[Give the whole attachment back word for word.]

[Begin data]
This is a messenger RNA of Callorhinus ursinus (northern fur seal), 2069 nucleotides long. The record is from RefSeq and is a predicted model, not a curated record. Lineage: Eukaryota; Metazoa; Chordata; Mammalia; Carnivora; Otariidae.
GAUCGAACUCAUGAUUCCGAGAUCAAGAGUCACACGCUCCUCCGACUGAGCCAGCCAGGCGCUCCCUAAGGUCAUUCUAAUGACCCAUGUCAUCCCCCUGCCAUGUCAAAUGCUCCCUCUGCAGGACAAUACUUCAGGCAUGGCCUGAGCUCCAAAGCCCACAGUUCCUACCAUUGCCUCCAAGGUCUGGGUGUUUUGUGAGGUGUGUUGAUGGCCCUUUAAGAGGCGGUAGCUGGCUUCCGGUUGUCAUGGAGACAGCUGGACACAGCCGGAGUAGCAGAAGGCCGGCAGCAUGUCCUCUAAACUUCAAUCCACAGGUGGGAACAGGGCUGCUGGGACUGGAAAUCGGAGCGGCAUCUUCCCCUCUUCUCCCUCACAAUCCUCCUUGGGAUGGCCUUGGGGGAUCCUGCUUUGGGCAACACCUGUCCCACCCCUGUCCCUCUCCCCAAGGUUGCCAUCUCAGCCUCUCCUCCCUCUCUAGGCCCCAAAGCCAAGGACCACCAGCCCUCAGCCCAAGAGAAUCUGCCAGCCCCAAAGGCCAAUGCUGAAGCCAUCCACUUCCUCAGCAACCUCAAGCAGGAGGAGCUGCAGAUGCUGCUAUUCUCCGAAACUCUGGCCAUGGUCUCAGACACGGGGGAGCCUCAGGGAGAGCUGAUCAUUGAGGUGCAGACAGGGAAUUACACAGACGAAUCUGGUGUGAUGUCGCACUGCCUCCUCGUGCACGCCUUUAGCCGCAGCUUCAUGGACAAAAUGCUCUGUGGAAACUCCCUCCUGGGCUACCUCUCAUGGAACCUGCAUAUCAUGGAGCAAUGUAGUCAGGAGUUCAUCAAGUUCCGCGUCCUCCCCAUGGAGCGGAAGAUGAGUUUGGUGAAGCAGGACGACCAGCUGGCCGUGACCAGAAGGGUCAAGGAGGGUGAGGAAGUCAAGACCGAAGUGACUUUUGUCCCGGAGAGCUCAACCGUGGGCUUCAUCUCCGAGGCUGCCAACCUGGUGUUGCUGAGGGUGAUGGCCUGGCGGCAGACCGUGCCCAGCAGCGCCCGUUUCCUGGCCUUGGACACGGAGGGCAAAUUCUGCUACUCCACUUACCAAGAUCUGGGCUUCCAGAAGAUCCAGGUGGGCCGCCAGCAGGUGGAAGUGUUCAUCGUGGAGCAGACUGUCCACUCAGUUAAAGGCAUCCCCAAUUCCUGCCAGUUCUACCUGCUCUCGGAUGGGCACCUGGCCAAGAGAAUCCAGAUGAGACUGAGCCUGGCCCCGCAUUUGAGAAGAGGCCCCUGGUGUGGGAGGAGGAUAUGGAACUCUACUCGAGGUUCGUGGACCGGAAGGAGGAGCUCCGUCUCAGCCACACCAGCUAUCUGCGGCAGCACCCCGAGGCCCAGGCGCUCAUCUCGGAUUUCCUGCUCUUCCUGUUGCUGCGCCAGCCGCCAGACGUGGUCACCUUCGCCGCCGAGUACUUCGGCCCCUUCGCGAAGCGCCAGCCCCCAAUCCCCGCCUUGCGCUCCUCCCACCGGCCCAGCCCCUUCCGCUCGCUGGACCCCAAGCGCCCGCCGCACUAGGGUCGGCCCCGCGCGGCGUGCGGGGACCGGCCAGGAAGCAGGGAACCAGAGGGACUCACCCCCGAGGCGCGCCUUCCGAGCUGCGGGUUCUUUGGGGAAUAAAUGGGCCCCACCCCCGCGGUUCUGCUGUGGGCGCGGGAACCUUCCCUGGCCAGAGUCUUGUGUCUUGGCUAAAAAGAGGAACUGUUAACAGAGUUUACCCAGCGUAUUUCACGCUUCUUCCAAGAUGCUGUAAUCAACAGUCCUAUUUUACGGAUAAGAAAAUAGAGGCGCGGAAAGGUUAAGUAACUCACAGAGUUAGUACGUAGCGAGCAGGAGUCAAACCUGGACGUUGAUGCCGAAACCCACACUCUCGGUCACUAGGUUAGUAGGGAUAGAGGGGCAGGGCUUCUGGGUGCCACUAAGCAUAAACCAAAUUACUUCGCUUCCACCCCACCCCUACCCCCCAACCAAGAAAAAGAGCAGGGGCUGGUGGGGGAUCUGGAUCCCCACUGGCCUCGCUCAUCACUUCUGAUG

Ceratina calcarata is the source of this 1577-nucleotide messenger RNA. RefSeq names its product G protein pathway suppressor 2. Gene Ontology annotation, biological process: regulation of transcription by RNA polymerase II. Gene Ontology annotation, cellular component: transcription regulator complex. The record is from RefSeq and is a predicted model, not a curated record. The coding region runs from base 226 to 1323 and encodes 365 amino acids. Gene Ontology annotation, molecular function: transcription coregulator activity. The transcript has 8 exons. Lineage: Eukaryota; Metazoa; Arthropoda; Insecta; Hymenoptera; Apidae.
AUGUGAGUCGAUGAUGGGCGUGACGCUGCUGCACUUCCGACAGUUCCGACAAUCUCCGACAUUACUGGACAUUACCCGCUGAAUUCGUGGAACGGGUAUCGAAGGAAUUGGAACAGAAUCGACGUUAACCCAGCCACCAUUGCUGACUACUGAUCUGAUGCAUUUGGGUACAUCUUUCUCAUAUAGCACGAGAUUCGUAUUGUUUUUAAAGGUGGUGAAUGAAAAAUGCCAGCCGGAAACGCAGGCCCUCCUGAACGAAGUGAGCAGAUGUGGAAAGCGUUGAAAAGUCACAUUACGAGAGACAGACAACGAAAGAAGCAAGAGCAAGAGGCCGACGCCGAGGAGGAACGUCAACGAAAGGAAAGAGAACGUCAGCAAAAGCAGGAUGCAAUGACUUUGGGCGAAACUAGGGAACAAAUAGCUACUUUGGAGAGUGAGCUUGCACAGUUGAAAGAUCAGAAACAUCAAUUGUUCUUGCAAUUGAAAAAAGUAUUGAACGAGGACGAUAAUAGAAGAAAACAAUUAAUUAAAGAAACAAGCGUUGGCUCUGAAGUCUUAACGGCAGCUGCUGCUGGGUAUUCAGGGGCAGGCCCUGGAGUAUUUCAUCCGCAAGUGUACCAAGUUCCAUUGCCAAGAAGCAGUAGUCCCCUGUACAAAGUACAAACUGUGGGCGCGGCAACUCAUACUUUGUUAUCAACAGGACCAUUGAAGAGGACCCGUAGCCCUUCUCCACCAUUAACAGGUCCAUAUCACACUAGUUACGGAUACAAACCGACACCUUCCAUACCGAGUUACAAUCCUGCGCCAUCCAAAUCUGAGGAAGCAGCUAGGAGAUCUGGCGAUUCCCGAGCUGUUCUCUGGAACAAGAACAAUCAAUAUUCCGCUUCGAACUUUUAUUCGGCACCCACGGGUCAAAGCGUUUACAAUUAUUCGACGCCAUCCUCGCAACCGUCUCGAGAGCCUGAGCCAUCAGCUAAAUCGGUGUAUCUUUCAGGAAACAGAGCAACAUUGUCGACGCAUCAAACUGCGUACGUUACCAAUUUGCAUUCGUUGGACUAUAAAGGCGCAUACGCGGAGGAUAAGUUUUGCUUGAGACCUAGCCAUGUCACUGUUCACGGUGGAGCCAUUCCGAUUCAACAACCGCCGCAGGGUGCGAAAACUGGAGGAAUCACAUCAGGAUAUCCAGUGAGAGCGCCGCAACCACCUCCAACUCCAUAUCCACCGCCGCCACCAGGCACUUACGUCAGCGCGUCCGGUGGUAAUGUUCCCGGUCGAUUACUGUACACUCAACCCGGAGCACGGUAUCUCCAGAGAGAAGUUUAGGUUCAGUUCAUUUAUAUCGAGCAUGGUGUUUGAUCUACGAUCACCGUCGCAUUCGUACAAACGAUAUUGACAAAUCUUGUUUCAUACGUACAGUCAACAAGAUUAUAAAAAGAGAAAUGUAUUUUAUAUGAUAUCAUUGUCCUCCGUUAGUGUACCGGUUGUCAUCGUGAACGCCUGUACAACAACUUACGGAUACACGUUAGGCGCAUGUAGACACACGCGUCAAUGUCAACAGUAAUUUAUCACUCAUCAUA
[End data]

This is a messenger RNA of Callorhinus ursinus (northern fur seal), 2069 nucleotides long. The record is from RefSeq and is a predicted model, not a curated record. Lineage: Eukaryota; Metazoa; Chordata; Mammalia; Carnivora; Otariidae.
GAUCGAACUCAUGAUUCCGAGAUCAAGAGUCACACGCUCCUCCGACUGAGCCAGCCAGGCGCUCCCUAAGGUCAUUCUAAUGACCCAUGUCAUCCCCCUGCCAUGUCAAAUGCUCCCUCUGCAGGACAAUACUUCAGGCAUGGCCUGAGCUCCAAAGCCCACAGUUCCUACCAUUGCCUCCAAGGUCUGGGUGUUUUGUGAGGUGUGUUGAUGGCCCUUUAAGAGGCGGUAGCUGGCUUCCGGUUGUCAUGGAGACAGCUGGACACAGCCGGAGUAGCAGAAGGCCGGCAGCAUGUCCUCUAAACUUCAAUCCACAGGUGGGAACAGGGCUGCUGGGACUGGAAAUCGGAGCGGCAUCUUCCCCUCUUCUCCCUCACAAUCCUCCUUGGGAUGGCCUUGGGGGAUCCUGCUUUGGGCAACACCUGUCCCACCCCUGUCCCUCUCCCCAAGGUUGCCAUCUCAGCCUCUCCUCCCUCUCUAGGCCCCAAAGCCAAGGACCACCAGCCCUCAGCCCAAGAGAAUCUGCCAGCCCCAAAGGCCAAUGCUGAAGCCAUCCACUUCCUCAGCAACCUCAAGCAGGAGGAGCUGCAGAUGCUGCUAUUCUCCGAAACUCUGGCCAUGGUCUCAGACACGGGGGAGCCUCAGGGAGAGCUGAUCAUUGAGGUGCAGACAGGGAAUUACACAGACGAAUCUGGUGUGAUGUCGCACUGCCUCCUCGUGCACGCCUUUAGCCGCAGCUUCAUGGACAAAAUGCUCUGUGGAAACUCCCUCCUGGGCUACCUCUCAUGGAACCUGCAUAUCAUGGAGCAAUGUAGUCAGGAGUUCAUCAAGUUCCGCGUCCUCCCCAUGGAGCGGAAGAUGAGUUUGGUGAAGCAGGACGACCAGCUGGCCGUGACCAGAAGGGUCAAGGAGGGUGAGGAAGUCAAGACCGAAGUGACUUUUGUCCCGGAGAGCUCAACCGUGGGCUUCAUCUCCGAGGCUGCCAACCUGGUGUUGCUGAGGGUGAUGGCCUGGCGGCAGACCGUGCCCAGCAGCGCCCGUUUCCUGGCCUUGGACACGGAGGGCAAAUUCUGCUACUCCACUUACCAAGAUCUGGGCUUCCAGAAGAUCCAGGUGGGCCGCCAGCAGGUGGAAGUGUUCAUCGUGGAGCAGACUGUCCACUCAGUUAAAGGCAUCCCCAAUUCCUGCCAGUUCUACCUGCUCUCGGAUGGGCACCUGGCCAAGAGAAUCCAGAUGAGACUGAGCCUGGCCCCGCAUUUGAGAAGAGGCCCCUGGUGUGGGAGGAGGAUAUGGAACUCUACUCGAGGUUCGUGGACCGGAAGGAGGAGCUCCGUCUCAGCCACACCAGCUAUCUGCGGCAGCACCCCGAGGCCCAGGCGCUCAUCUCGGAUUUCCUGCUCUUCCUGUUGCUGCGCCAGCCGCCAGACGUGGUCACCUUCGCCGCCGAGUACUUCGGCCCCUUCGCGAAGCGCCAGCCCCCAAUCCCCGCCUUGCGCUCCUCCCACCGGCCCAGCCCCUUCCGCUCGCUGGACCCCAAGCGCCCGCCGCACUAGGGUCGGCCCCGCGCGGCGUGCGGGGACCGGCCAGGAAGCAGGGAACCAGAGGGACUCACCCCCGAGGCGCGCCUUCCGAGCUGCGGGUUCUUUGGGGAAUAAAUGGGCCCCACCCCCGCGGUUCUGCUGUGGGCGCGGGAACCUUCCCUGGCCAGAGUCUUGUGUCUUGGCUAAAAAGAGGAACUGUUAACAGAGUUUACCCAGCGUAUUUCACGCUUCUUCCAAGAUGCUGUAAUCAACAGUCCUAUUUUACGGAUAAGAAAAUAGAGGCGCGGAAAGGUUAAGUAACUCACAGAGUUAGUACGUAGCGAGCAGGAGUCAAACCUGGACGUUGAUGCCGAAACCCACACUCUCGGUCACUAGGUUAGUAGGGAUAGAGGGGCAGGGCUUCUGGGUGCCACUAAGCAUAAACCAAAUUACUUCGCUUCCACCCCACCCCUACCCCCCAACCAAGAAAAAGAGCAGGGGCUGGUGGGGGAUCUGGAUCCCCACUGGCCUCGCUCAUCACUUCUGAUG

Ceratina calcarata is the source of this 1577-nucleotide messenger RNA. RefSeq names its product G protein pathway suppressor 2. Gene Ontology annotation, biological process: regulation of transcription by RNA polymerase II. Gene Ontology annotation, cellular component: transcription regulator complex. The record is from RefSeq and is a predicted model, not a curated record. The coding region runs from base 226 to 1323 and encodes 365 amino acids. Gene Ontology annotation, molecular function: transcription coregulator activity. The transcript has 8 exons. Lineage: Eukaryota; Metazoa; Arthropoda; Insecta; Hymenoptera; Apidae.
AUGUGAGUCGAUGAUGGGCGUGACGCUGCUGCACUUCCGACAGUUCCGACAAUCUCCGACAUUACUGGACAUUACCCGCUGAAUUCGUGGAACGGGUAUCGAAGGAAUUGGAACAGAAUCGACGUUAACCCAGCCACCAUUGCUGACUACUGAUCUGAUGCAUUUGGGUACAUCUUUCUCAUAUAGCACGAGAUUCGUAUUGUUUUUAAAGGUGGUGAAUGAAAAAUGCCAGCCGGAAACGCAGGCCCUCCUGAACGAAGUGAGCAGAUGUGGAAAGCGUUGAAAAGUCACAUUACGAGAGACAGACAACGAAAGAAGCAAGAGCAAGAGGCCGACGCCGAGGAGGAACGUCAACGAAAGGAAAGAGAACGUCAGCAAAAGCAGGAUGCAAUGACUUUGGGCGAAACUAGGGAACAAAUAGCUACUUUGGAGAGUGAGCUUGCACAGUUGAAAGAUCAGAAACAUCAAUUGUUCUUGCAAUUGAAAAAAGUAUUGAACGAGGACGAUAAUAGAAGAAAACAAUUAAUUAAAGAAACAAGCGUUGGCUCUGAAGUCUUAACGGCAGCUGCUGCUGGGUAUUCAGGGGCAGGCCCUGGAGUAUUUCAUCCGCAAGUGUACCAAGUUCCAUUGCCAAGAAGCAGUAGUCCCCUGUACAAAGUACAAACUGUGGGCGCGGCAACUCAUACUUUGUUAUCAACAGGACCAUUGAAGAGGACCCGUAGCCCUUCUCCACCAUUAACAGGUCCAUAUCACACUAGUUACGGAUACAAACCGACACCUUCCAUACCGAGUUACAAUCCUGCGCCAUCCAAAUCUGAGGAAGCAGCUAGGAGAUCUGGCGAUUCCCGAGCUGUUCUCUGGAACAAGAACAAUCAAUAUUCCGCUUCGAACUUUUAUUCGGCACCCACGGGUCAAAGCGUUUACAAUUAUUCGACGCCAUCCUCGCAACCGUCUCGAGAGCCUGAGCCAUCAGCUAAAUCGGUGUAUCUUUCAGGAAACAGAGCAACAUUGUCGACGCAUCAAACUGCGUACGUUACCAAUUUGCAUUCGUUGGACUAUAAAGGCGCAUACGCGGAGGAUAAGUUUUGCUUGAGACCUAGCCAUGUCACUGUUCACGGUGGAGCCAUUCCGAUUCAACAACCGCCGCAGGGUGCGAAAACUGGAGGAAUCACAUCAGGAUAUCCAGUGAGAGCGCCGCAACCACCUCCAACUCCAUAUCCACCGCCGCCACCAGGCACUUACGUCAGCGCGUCCGGUGGUAAUGUUCCCGGUCGAUUACUGUACACUCAACCCGGAGCACGGUAUCUCCAGAGAGAAGUUUAGGUUCAGUUCAUUUAUAUCGAGCAUGGUGUUUGAUCUACGAUCACCGUCGCAUUCGUACAAACGAUAUUGACAAAUCUUGUUUCAUACGUACAGUCAACAAGAUUAUAAAAAGAGAAAUGUAUUUUAUAUGAUAUCAUUGUCCUCCGUUAGUGUACCGGUUGUCAUCGUGAACGCCUGUACAACAACUUACGGAUACACGUUAGGCGCAUGUAGACACACGCGUCAAUGUCAACAGUAAUUUAUCACUCAUCAUA